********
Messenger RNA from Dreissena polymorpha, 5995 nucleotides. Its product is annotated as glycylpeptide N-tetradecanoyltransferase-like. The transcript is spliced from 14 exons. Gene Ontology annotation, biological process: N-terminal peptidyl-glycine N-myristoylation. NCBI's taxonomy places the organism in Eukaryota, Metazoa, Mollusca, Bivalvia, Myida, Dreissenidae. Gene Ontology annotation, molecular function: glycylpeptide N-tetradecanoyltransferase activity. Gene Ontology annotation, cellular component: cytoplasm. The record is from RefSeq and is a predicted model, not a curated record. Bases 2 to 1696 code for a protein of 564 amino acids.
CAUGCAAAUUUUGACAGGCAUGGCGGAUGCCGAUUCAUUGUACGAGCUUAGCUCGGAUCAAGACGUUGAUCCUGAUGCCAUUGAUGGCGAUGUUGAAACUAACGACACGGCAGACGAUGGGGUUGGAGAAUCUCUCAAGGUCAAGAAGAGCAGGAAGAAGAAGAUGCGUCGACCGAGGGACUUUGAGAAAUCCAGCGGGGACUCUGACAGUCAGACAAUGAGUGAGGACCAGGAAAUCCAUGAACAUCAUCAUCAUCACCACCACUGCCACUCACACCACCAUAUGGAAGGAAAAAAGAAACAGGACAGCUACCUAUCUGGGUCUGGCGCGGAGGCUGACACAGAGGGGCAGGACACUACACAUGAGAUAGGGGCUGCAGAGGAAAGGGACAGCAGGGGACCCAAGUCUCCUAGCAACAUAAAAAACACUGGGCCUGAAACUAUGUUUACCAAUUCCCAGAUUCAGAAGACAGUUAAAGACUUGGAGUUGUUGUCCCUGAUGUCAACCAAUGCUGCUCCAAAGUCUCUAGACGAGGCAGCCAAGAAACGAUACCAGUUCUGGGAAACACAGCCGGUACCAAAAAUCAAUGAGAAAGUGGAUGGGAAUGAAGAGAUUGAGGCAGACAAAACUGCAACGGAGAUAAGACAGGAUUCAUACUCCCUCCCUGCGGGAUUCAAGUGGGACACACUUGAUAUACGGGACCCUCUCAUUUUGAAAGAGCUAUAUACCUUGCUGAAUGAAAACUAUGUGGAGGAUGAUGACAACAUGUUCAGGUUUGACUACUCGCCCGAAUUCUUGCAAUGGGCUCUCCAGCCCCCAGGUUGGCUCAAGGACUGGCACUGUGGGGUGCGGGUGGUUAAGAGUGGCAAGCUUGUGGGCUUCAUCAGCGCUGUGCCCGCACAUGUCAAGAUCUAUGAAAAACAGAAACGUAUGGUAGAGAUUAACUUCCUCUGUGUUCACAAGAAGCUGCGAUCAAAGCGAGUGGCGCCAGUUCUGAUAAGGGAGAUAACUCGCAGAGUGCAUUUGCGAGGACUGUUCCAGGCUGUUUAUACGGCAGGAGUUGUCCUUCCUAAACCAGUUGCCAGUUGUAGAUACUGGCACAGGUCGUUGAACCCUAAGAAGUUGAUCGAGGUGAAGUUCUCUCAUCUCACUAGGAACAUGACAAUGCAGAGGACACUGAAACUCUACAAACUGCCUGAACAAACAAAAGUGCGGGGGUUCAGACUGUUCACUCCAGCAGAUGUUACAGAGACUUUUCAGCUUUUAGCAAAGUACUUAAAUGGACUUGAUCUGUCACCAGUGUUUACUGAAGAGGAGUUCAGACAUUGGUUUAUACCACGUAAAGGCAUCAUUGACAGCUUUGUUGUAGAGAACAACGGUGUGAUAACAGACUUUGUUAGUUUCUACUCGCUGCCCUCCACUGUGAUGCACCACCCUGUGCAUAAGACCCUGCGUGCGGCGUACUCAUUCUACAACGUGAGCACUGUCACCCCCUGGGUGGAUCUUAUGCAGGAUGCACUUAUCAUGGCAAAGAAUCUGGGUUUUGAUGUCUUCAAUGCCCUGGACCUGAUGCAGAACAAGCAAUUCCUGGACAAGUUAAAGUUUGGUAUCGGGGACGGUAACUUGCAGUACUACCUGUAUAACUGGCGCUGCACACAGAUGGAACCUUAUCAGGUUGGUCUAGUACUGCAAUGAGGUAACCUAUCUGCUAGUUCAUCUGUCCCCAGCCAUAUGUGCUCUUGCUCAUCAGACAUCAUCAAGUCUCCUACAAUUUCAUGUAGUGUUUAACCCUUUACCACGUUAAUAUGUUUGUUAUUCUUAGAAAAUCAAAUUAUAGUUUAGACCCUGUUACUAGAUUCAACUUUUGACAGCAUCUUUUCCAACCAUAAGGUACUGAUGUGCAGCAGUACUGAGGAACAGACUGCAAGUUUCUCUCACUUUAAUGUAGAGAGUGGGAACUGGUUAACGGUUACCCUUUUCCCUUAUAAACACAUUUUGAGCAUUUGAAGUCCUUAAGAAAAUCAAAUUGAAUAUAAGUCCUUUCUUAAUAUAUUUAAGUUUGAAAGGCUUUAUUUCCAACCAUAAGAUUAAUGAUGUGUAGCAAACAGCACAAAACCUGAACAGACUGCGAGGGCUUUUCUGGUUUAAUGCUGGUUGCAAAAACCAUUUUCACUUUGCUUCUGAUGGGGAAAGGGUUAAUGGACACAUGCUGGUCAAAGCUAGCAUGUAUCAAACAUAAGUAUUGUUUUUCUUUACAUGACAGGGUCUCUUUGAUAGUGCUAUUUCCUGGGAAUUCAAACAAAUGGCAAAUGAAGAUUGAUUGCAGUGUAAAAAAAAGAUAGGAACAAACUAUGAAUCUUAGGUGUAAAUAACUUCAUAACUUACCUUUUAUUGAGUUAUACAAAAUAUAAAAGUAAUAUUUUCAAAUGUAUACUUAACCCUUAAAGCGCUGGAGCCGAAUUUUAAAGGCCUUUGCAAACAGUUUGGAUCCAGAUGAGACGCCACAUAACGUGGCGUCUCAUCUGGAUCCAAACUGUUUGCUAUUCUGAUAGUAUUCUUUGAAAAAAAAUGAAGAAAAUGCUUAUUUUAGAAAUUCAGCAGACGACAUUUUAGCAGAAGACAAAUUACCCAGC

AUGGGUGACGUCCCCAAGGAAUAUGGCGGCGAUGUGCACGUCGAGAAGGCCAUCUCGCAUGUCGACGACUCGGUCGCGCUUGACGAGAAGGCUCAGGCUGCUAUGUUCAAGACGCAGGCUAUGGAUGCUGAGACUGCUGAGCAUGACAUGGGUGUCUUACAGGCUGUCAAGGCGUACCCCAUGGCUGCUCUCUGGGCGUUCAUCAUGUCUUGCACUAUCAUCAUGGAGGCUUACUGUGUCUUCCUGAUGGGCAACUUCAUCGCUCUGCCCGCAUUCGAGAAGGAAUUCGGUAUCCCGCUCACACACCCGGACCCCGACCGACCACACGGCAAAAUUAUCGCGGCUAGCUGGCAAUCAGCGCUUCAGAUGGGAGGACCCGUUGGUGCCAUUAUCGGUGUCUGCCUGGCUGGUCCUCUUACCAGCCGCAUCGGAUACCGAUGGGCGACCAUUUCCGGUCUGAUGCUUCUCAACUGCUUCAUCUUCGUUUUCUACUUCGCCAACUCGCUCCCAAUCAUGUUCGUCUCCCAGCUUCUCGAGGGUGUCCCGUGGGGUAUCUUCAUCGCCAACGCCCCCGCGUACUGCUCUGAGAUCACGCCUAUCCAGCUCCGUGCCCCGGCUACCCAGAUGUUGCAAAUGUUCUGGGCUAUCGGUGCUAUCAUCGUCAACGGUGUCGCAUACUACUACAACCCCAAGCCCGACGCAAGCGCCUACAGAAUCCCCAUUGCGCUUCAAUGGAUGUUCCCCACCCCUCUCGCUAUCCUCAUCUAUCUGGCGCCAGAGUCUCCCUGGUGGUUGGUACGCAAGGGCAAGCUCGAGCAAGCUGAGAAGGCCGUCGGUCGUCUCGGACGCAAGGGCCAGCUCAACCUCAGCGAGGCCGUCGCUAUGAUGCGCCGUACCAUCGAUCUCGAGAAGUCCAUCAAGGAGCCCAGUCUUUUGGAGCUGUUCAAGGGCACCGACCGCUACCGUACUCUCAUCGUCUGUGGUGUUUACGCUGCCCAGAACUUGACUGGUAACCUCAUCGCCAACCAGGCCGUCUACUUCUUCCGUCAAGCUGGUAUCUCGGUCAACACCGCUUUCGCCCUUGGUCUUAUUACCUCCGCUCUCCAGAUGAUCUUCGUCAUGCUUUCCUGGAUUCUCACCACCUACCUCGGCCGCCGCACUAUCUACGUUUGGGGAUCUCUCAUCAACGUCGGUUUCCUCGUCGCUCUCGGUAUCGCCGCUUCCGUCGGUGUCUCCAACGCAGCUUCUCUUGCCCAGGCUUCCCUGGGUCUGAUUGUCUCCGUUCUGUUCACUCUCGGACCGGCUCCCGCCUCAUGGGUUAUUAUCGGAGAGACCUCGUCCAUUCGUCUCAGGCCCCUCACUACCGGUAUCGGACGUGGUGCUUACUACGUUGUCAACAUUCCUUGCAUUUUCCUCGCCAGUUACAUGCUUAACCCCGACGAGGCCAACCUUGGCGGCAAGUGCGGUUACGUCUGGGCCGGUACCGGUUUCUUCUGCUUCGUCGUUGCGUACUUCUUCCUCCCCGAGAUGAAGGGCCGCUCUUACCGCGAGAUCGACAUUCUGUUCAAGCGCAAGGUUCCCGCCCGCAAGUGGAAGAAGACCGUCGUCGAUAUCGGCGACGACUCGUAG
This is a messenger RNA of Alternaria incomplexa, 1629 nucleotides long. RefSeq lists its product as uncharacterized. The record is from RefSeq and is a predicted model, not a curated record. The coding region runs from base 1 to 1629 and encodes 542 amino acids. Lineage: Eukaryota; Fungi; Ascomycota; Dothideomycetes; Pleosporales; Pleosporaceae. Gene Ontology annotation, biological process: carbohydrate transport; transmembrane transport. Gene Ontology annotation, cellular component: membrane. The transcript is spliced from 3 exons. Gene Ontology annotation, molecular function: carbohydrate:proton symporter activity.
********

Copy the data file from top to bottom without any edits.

Messenger RNA from Dreissena polymorpha, 5995 nucleotides. Its product is annotated as glycylpeptide N-tetradecanoyltransferase-like. The transcript is spliced from 14 exons. Gene Ontology annotation, biological process: N-terminal peptidyl-glycine N-myristoylation. NCBI's taxonomy places the organism in Eukaryota, Metazoa, Mollusca, Bivalvia, Myida, Dreissenidae. Gene Ontology annotation, molecular function: glycylpeptide N-tetradecanoyltransferase activity. Gene Ontology annotation, cellular component: cytoplasm. The record is from RefSeq and is a predicted model, not a curated record. Bases 2 to 1696 code for a protein of 564 amino acids.
CAUGCAAAUUUUGACAGGCAUGGCGGAUGCCGAUUCAUUGUACGAGCUUAGCUCGGAUCAAGACGUUGAUCCUGAUGCCAUUGAUGGCGAUGUUGAAACUAACGACACGGCAGACGAUGGGGUUGGAGAAUCUCUCAAGGUCAAGAAGAGCAGGAAGAAGAAGAUGCGUCGACCGAGGGACUUUGAGAAAUCCAGCGGGGACUCUGACAGUCAGACAAUGAGUGAGGACCAGGAAAUCCAUGAACAUCAUCAUCAUCACCACCACUGCCACUCACACCACCAUAUGGAAGGAAAAAAGAAACAGGACAGCUACCUAUCUGGGUCUGGCGCGGAGGCUGACACAGAGGGGCAGGACACUACACAUGAGAUAGGGGCUGCAGAGGAAAGGGACAGCAGGGGACCCAAGUCUCCUAGCAACAUAAAAAACACUGGGCCUGAAACUAUGUUUACCAAUUCCCAGAUUCAGAAGACAGUUAAAGACUUGGAGUUGUUGUCCCUGAUGUCAACCAAUGCUGCUCCAAAGUCUCUAGACGAGGCAGCCAAGAAACGAUACCAGUUCUGGGAAACACAGCCGGUACCAAAAAUCAAUGAGAAAGUGGAUGGGAAUGAAGAGAUUGAGGCAGACAAAACUGCAACGGAGAUAAGACAGGAUUCAUACUCCCUCCCUGCGGGAUUCAAGUGGGACACACUUGAUAUACGGGACCCUCUCAUUUUGAAAGAGCUAUAUACCUUGCUGAAUGAAAACUAUGUGGAGGAUGAUGACAACAUGUUCAGGUUUGACUACUCGCCCGAAUUCUUGCAAUGGGCUCUCCAGCCCCCAGGUUGGCUCAAGGACUGGCACUGUGGGGUGCGGGUGGUUAAGAGUGGCAAGCUUGUGGGCUUCAUCAGCGCUGUGCCCGCACAUGUCAAGAUCUAUGAAAAACAGAAACGUAUGGUAGAGAUUAACUUCCUCUGUGUUCACAAGAAGCUGCGAUCAAAGCGAGUGGCGCCAGUUCUGAUAAGGGAGAUAACUCGCAGAGUGCAUUUGCGAGGACUGUUCCAGGCUGUUUAUACGGCAGGAGUUGUCCUUCCUAAACCAGUUGCCAGUUGUAGAUACUGGCACAGGUCGUUGAACCCUAAGAAGUUGAUCGAGGUGAAGUUCUCUCAUCUCACUAGGAACAUGACAAUGCAGAGGACACUGAAACUCUACAAACUGCCUGAACAAACAAAAGUGCGGGGGUUCAGACUGUUCACUCCAGCAGAUGUUACAGAGACUUUUCAGCUUUUAGCAAAGUACUUAAAUGGACUUGAUCUGUCACCAGUGUUUACUGAAGAGGAGUUCAGACAUUGGUUUAUACCACGUAAAGGCAUCAUUGACAGCUUUGUUGUAGAGAACAACGGUGUGAUAACAGACUUUGUUAGUUUCUACUCGCUGCCCUCCACUGUGAUGCACCACCCUGUGCAUAAGACCCUGCGUGCGGCGUACUCAUUCUACAACGUGAGCACUGUCACCCCCUGGGUGGAUCUUAUGCAGGAUGCACUUAUCAUGGCAAAGAAUCUGGGUUUUGAUGUCUUCAAUGCCCUGGACCUGAUGCAGAACAAGCAAUUCCUGGACAAGUUAAAGUUUGGUAUCGGGGACGGUAACUUGCAGUACUACCUGUAUAACUGGCGCUGCACACAGAUGGAACCUUAUCAGGUUGGUCUAGUACUGCAAUGAGGUAACCUAUCUGCUAGUUCAUCUGUCCCCAGCCAUAUGUGCUCUUGCUCAUCAGACAUCAUCAAGUCUCCUACAAUUUCAUGUAGUGUUUAACCCUUUACCACGUUAAUAUGUUUGUUAUUCUUAGAAAAUCAAAUUAUAGUUUAGACCCUGUUACUAGAUUCAACUUUUGACAGCAUCUUUUCCAACCAUAAGGUACUGAUGUGCAGCAGUACUGAGGAACAGACUGCAAGUUUCUCUCACUUUAAUGUAGAGAGUGGGAACUGGUUAACGGUUACCCUUUUCCCUUAUAAACACAUUUUGAGCAUUUGAAGUCCUUAAGAAAAUCAAAUUGAAUAUAAGUCCUUUCUUAAUAUAUUUAAGUUUGAAAGGCUUUAUUUCCAACCAUAAGAUUAAUGAUGUGUAGCAAACAGCACAAAACCUGAACAGACUGCGAGGGCUUUUCUGGUUUAAUGCUGGUUGCAAAAACCAUUUUCACUUUGCUUCUGAUGGGGAAAGGGUUAAUGGACACAUGCUGGUCAAAGCUAGCAUGUAUCAAACAUAAGUAUUGUUUUUCUUUACAUGACAGGGUCUCUUUGAUAGUGCUAUUUCCUGGGAAUUCAAACAAAUGGCAAAUGAAGAUUGAUUGCAGUGUAAAAAAAAGAUAGGAACAAACUAUGAAUCUUAGGUGUAAAUAACUUCAUAACUUACCUUUUAUUGAGUUAUACAAAAUAUAAAAGUAAUAUUUUCAAAUGUAUACUUAACCCUUAAAGCGCUGGAGCCGAAUUUUAAAGGCCUUUGCAAACAGUUUGGAUCCAGAUGAGACGCCACAUAACGUGGCGUCUCAUCUGGAUCCAAACUGUUUGCUAUUCUGAUAGUAUUCUUUGAAAAAAAAUGAAGAAAAUGCUUAUUUUAGAAAUUCAGCAGACGACAUUUUAGCAGAAGACAAAUUACCCAGC

AUGGGUGACGUCCCCAAGGAAUAUGGCGGCGAUGUGCACGUCGAGAAGGCCAUCUCGCAUGUCGACGACUCGGUCGCGCUUGACGAGAAGGCUCAGGCUGCUAUGUUCAAGACGCAGGCUAUGGAUGCUGAGACUGCUGAGCAUGACAUGGGUGUCUUACAGGCUGUCAAGGCGUACCCCAUGGCUGCUCUCUGGGCGUUCAUCAUGUCUUGCACUAUCAUCAUGGAGGCUUACUGUGUCUUCCUGAUGGGCAACUUCAUCGCUCUGCCCGCAUUCGAGAAGGAAUUCGGUAUCCCGCUCACACACCCGGACCCCGACCGACCACACGGCAAAAUUAUCGCGGCUAGCUGGCAAUCAGCGCUUCAGAUGGGAGGACCCGUUGGUGCCAUUAUCGGUGUCUGCCUGGCUGGUCCUCUUACCAGCCGCAUCGGAUACCGAUGGGCGACCAUUUCCGGUCUGAUGCUUCUCAACUGCUUCAUCUUCGUUUUCUACUUCGCCAACUCGCUCCCAAUCAUGUUCGUCUCCCAGCUUCUCGAGGGUGUCCCGUGGGGUAUCUUCAUCGCCAACGCCCCCGCGUACUGCUCUGAGAUCACGCCUAUCCAGCUCCGUGCCCCGGCUACCCAGAUGUUGCAAAUGUUCUGGGCUAUCGGUGCUAUCAUCGUCAACGGUGUCGCAUACUACUACAACCCCAAGCCCGACGCAAGCGCCUACAGAAUCCCCAUUGCGCUUCAAUGGAUGUUCCCCACCCCUCUCGCUAUCCUCAUCUAUCUGGCGCCAGAGUCUCCCUGGUGGUUGGUACGCAAGGGCAAGCUCGAGCAAGCUGAGAAGGCCGUCGGUCGUCUCGGACGCAAGGGCCAGCUCAACCUCAGCGAGGCCGUCGCUAUGAUGCGCCGUACCAUCGAUCUCGAGAAGUCCAUCAAGGAGCCCAGUCUUUUGGAGCUGUUCAAGGGCACCGACCGCUACCGUACUCUCAUCGUCUGUGGUGUUUACGCUGCCCAGAACUUGACUGGUAACCUCAUCGCCAACCAGGCCGUCUACUUCUUCCGUCAAGCUGGUAUCUCGGUCAACACCGCUUUCGCCCUUGGUCUUAUUACCUCCGCUCUCCAGAUGAUCUUCGUCAUGCUUUCCUGGAUUCUCACCACCUACCUCGGCCGCCGCACUAUCUACGUUUGGGGAUCUCUCAUCAACGUCGGUUUCCUCGUCGCUCUCGGUAUCGCCGCUUCCGUCGGUGUCUCCAACGCAGCUUCUCUUGCCCAGGCUUCCCUGGGUCUGAUUGUCUCCGUUCUGUUCACUCUCGGACCGGCUCCCGCCUCAUGGGUUAUUAUCGGAGAGACCUCGUCCAUUCGUCUCAGGCCCCUCACUACCGGUAUCGGACGUGGUGCUUACUACGUUGUCAACAUUCCUUGCAUUUUCCUCGCCAGUUACAUGCUUAACCCCGACGAGGCCAACCUUGGCGGCAAGUGCGGUUACGUCUGGGCCGGUACCGGUUUCUUCUGCUUCGUCGUUGCGUACUUCUUCCUCCCCGAGAUGAAGGGCCGCUCUUACCGCGAGAUCGACAUUCUGUUCAAGCGCAAGGUUCCCGCCCGCAAGUGGAAGAAGACCGUCGUCGAUAUCGGCGACGACUCGUAG
This is a messenger RNA of Alternaria incomplexa, 1629 nucleotides long. RefSeq lists its product as uncharacterized. The record is from RefSeq and is a predicted model, not a curated record. The coding region runs from base 1 to 1629 and encodes 542 amino acids. Lineage: Eukaryota; Fungi; Ascomycota; Dothideomycetes; Pleosporales; Pleosporaceae. Gene Ontology annotation, biological process: carbohydrate transport; transmembrane transport. Gene Ontology annotation, cellular component: membrane. The transcript is spliced from 3 exons. Gene Ontology annotation, molecular function: carbohydrate:proton symporter activity.